Billy the Kid in fact and fiction 5
The fullest portrait we get of Billy Bonney, as he now was, at this time is from his Regulator friend Frank Coe. Coe wrote that Bonney was “one of the best soldiers we had.” He said that Bonney “never pushed in his advice or opinions” but he had “a cool mind and a quick brain.” Bonney was also “a fine horseman and always in the lead.”
In May or June 1878 the Regulators picked up another recruit who was destined to become Billy’s closest friend. A six foot tall redhead, two years younger than Billy, Tom O’Folliard, known as Bigfoot, had come up from Texas. If Audie Murphy was going to be The Kid from Texas in his first Western in 1950 it should have been Tom O’Folliard he played, not William Bonney (who was a New Yorker). Billy taught Tom how to shoot and Tom idolized Billy, following him everywhere he went. He would hold Billy’s horse half the night while he was paying attention to some Mexican girl.
McSween now felt confident enough to return home to Lincoln, though the Reverend Mr Ealy’s wife remembered, “He seemed to think he was doomed. He was Scotch and had some superstitions.” But he had gathered about sixty gunmen about him. These divided and stationed themselves at the McSween house, a spacious, U-shaped adobe, José Montaño’s store, the home of Juan Patron (the Regulators had quite a contingent of Hispanics) and the Isaac Ellis store on the far edge of town, which was where their captain, Scurlock, was. These may have been strategic points but it was a mistake to divide their forces so. Peppin, when he assembled his men, only had forty, but they were a compact body. What’s more he once again had Jesse Evans with him: the disgraceful Judge Bristol had freed him.
The five-day battle for Lincoln opened on July 15. Much of the fighting was desultory. In the first three days one regulator was killed and storekeeper Isaac Ellis’s son was badly wounded, but casualties were limited. It was a kind of stalemate. On July 16, though, the defenders of McSween’s house committed a blunder when they fired on a rider who turned out to be a cavalryman bearing a message to Peppin from Colonel Dudley saying that Peppin could not have the howitzer he asked for. Dudley was furious that his man had been fired upon and now displayed again the bad judgment that had marked his career for twenty years: despite an explicit congressional ban on intervention in civil unrest, he rode into Lincoln with eleven mounted and 24 foot soldiers, as well as a twelve-pounder mountain howitzer and a Gatling gun.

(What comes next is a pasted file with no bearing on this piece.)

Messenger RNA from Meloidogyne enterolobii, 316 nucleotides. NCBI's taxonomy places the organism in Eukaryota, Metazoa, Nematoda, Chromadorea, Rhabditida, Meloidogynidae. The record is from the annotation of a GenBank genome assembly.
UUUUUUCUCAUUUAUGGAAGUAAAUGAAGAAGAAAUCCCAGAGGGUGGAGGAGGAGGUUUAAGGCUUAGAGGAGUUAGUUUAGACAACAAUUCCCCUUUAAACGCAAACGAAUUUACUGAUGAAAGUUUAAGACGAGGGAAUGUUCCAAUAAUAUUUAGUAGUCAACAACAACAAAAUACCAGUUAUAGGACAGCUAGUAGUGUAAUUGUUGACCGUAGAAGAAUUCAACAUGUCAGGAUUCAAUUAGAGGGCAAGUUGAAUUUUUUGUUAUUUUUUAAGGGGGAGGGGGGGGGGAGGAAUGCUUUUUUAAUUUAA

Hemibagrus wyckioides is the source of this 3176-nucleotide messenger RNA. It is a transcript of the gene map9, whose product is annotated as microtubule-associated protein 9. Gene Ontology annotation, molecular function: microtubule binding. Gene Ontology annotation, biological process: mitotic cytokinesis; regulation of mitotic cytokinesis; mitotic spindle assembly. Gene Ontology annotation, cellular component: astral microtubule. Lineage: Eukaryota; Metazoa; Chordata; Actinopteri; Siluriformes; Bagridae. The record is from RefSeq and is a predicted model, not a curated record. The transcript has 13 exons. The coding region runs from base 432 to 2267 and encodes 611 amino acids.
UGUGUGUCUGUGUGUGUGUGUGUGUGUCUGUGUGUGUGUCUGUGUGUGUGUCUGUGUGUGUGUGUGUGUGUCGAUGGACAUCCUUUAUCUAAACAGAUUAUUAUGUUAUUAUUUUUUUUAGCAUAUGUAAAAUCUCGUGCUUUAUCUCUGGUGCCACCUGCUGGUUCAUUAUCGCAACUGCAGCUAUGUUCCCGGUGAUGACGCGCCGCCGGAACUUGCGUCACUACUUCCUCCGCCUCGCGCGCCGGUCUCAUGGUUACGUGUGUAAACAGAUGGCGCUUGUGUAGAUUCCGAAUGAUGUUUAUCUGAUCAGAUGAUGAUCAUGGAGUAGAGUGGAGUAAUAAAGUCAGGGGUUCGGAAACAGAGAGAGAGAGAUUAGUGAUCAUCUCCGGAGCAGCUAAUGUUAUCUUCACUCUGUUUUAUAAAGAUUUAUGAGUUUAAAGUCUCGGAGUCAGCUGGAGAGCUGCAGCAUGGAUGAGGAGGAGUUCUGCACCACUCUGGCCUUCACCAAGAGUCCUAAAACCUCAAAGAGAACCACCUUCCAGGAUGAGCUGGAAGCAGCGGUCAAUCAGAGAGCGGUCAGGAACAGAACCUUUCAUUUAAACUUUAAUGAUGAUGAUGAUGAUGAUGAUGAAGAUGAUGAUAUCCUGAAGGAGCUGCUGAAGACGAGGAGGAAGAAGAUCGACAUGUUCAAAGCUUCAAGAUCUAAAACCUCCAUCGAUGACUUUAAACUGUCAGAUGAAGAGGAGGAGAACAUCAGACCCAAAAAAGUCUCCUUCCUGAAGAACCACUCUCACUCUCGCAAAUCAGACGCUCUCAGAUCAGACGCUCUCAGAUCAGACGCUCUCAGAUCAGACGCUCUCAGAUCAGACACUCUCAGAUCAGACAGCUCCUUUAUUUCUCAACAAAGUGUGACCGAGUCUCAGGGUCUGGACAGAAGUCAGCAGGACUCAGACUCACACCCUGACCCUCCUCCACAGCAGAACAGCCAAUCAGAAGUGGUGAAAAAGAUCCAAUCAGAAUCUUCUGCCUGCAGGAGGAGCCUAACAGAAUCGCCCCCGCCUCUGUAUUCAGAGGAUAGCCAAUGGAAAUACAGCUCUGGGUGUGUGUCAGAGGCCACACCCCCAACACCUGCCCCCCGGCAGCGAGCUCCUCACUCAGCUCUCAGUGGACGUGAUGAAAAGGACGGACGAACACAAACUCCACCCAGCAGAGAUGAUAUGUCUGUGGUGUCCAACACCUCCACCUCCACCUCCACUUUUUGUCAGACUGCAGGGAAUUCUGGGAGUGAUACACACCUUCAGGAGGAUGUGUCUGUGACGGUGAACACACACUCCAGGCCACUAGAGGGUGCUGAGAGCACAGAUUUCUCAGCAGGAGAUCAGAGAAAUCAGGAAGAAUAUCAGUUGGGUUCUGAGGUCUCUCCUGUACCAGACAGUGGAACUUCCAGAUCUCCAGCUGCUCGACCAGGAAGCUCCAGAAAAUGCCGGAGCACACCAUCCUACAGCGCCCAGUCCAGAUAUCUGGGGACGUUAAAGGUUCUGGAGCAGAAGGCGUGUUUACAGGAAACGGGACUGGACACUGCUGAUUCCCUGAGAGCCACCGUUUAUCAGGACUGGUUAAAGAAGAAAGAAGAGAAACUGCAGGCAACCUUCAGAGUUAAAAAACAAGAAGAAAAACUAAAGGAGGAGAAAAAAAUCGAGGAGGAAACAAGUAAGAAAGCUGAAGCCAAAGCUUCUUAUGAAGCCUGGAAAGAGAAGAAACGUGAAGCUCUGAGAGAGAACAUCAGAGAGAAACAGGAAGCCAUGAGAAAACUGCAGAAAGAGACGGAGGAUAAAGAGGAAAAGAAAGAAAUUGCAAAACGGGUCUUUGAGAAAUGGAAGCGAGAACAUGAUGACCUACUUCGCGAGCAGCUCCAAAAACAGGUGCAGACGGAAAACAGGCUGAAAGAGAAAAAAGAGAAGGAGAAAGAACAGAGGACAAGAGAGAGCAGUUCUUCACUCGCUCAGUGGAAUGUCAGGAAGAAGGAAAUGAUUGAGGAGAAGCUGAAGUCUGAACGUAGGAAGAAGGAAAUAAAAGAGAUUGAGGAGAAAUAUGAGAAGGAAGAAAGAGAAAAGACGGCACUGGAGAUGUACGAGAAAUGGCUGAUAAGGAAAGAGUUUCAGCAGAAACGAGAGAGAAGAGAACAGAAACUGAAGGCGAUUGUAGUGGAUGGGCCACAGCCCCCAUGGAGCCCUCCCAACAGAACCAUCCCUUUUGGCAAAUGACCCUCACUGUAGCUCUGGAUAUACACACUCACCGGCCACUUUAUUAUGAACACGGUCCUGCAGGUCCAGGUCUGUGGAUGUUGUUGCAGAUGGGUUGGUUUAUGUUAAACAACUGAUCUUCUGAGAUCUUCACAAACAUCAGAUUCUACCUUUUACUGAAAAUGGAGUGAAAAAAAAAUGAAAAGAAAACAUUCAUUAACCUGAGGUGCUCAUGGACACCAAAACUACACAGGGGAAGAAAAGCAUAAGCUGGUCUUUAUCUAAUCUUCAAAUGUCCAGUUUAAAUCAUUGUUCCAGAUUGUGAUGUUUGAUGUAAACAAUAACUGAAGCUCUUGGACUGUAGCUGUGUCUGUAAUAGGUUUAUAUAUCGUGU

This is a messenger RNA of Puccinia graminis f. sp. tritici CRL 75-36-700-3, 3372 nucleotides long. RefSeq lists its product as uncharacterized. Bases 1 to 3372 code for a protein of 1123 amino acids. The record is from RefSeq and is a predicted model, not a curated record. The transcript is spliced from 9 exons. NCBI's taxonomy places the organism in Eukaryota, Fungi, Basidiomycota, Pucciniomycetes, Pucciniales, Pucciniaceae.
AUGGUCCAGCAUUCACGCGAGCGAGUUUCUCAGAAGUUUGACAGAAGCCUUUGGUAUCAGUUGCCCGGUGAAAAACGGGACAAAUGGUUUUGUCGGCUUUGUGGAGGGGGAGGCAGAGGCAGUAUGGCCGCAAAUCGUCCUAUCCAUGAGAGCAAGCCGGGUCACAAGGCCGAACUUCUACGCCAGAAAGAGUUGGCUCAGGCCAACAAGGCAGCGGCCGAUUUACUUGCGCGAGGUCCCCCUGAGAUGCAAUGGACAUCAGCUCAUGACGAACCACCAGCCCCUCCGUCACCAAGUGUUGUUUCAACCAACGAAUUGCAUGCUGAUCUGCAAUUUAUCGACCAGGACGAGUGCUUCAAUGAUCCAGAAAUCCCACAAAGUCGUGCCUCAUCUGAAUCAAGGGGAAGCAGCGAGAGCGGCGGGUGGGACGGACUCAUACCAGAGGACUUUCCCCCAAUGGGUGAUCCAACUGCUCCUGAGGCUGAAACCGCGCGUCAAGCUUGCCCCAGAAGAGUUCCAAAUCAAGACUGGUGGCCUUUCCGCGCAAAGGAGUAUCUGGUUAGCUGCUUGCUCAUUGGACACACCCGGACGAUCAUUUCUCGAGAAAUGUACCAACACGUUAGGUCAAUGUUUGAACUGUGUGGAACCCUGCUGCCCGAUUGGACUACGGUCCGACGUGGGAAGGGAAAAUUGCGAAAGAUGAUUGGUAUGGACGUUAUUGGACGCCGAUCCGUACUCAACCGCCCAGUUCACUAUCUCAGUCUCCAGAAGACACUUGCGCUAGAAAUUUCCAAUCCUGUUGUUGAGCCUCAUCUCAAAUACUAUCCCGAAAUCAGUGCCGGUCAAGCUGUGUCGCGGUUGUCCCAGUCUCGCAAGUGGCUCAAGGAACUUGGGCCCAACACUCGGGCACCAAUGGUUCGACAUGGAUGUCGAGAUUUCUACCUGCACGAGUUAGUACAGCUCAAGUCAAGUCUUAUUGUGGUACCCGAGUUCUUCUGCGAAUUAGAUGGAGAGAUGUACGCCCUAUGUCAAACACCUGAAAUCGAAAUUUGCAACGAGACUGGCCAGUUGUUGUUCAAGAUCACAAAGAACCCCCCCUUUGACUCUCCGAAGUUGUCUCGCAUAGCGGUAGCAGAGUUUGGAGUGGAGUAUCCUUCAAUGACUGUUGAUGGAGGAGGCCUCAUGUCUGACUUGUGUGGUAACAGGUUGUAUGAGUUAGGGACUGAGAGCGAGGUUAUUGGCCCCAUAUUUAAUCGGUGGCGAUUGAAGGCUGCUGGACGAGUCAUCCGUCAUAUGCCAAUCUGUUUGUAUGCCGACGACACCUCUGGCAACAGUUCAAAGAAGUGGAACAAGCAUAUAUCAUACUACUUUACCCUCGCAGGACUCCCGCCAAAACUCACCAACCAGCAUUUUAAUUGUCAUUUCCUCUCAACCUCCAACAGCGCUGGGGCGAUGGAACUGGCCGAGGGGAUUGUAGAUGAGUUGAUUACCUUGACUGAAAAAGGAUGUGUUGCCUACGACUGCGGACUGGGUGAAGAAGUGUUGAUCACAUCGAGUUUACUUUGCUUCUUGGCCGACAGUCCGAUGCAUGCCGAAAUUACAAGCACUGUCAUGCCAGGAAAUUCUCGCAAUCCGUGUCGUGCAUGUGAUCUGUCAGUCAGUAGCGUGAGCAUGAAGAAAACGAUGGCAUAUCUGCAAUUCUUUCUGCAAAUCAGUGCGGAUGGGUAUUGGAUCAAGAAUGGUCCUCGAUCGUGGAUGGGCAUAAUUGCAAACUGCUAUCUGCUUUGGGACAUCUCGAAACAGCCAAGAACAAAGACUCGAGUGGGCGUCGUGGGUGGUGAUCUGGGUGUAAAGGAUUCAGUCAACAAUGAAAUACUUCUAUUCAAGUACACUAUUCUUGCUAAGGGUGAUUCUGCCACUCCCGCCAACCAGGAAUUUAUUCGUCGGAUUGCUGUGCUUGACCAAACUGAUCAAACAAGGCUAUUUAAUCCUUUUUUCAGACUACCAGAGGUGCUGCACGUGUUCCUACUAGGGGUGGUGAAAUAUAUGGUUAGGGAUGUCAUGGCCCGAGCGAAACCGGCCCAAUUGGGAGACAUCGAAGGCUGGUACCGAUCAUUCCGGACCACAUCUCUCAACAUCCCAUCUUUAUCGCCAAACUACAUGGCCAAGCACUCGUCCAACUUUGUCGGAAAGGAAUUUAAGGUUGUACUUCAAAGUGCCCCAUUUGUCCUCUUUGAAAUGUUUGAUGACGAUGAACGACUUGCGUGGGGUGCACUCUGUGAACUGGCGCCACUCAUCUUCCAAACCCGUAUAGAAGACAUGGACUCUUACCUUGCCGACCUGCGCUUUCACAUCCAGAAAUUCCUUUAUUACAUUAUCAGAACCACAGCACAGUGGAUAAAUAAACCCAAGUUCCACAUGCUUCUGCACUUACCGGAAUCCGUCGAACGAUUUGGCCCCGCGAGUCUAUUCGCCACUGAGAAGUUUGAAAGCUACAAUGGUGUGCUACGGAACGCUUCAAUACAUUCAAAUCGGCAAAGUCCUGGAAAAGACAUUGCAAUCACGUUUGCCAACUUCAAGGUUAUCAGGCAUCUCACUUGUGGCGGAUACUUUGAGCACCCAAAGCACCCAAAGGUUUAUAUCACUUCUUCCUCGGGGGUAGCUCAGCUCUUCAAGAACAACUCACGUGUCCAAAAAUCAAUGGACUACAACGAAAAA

Loudly protesting his neutrality, Dudley nevertheless had his howitzer trained on the door of the Montaño store, and when the Regulators bolted from there into the Ellis store, Dudley ordered the cannon to be aimed at that place. The Regulators inside thus fled across the river but were prevented from joining their compadres at the McSween house for fear of Dudley’s Gatling. Dudley’s ‘neutrality’ cost McSween two thirds of his men.
McSween’s wife Sue, a redoubtable lady, now intervened, exiting the house and getting into a loud argument first with Peppin, then with Dudley. Neither would budge. She returned to the house.
On Peppin’s orders (pretty well his sole contribution that day) his men now managed to set the McSween house alight. It wasn’t easy, with an adobe structure, but the fire slowly gathered and really took hold about 2 pm. Some of the women and children left. Sue later wrote, “The Kid was lively and McSween was sad.” Shortly after 9pm the fire became too strong and some of the men inside the house, including Tom O’Folliard and Billy Bonney, crept out through the back door into the darkness. Heavy fire prevented any further escape. The fire now raged and there was thick smoke. McSween called out, “I shall surrender.” But when Peppin men came close, according to one of them, Andy Boyle, he suddenly shouted, “I shall never surrender.” Both sides started firing at close range. Five bullets hit McSween. Two other men died with him.
In the river bottom, Billy and Tom joined up with George Coe and Henry Brown. Narrowly avoiding Tunstall’s chained bulldog, they scaled a wall and fled. All the surviving Regulators met up at Frank Coe’s ranch on the Hondo.
The battle was not so much mismanaged, as Robert Utley says, as unmanaged. Peppin was detached and inactive, and Dolan, who had broken a leg dismounting from his horse, was also just an observer. Scurlock as commander of the Regulators made significant errors. McSween wasn’t up to it. It was chaos.
Movies always show the Murphy/Dolan party as the bad guys and Tunstall and McSween as the goodies. It wasn’t like that. It was more a case of a plague on both your houses. Tunstall and McSween were no noble spirits trying to free the community from tyranny; they just saw a monopoly and wanted to take it over. Both gangs were more than happy to resort to violence and killing and had gunmen ready to do it. But they were second-rate gangsters with two-bit hoodlums. Those in charge on both sides were largely incompetent. Officials in Lincoln County and in Santa Fe were disgracefully partisan, with corrupt policemen, a shamefully partial judge and DA who were a disgrace to their profession, and an arrogant, foolish and drunken local Army commander who intervened stupidly. The whole ‘Lincoln County War’ was a squalid mess.
Press reports did not mention Billy especially. He had done nothing to gain particular prominence and had yet to earn a public reputation. Still, in a hopeless situation he had kept his head and acted with courage and resource. His further adventures shall be recounted, but you’ll have to come back tomorrow for that…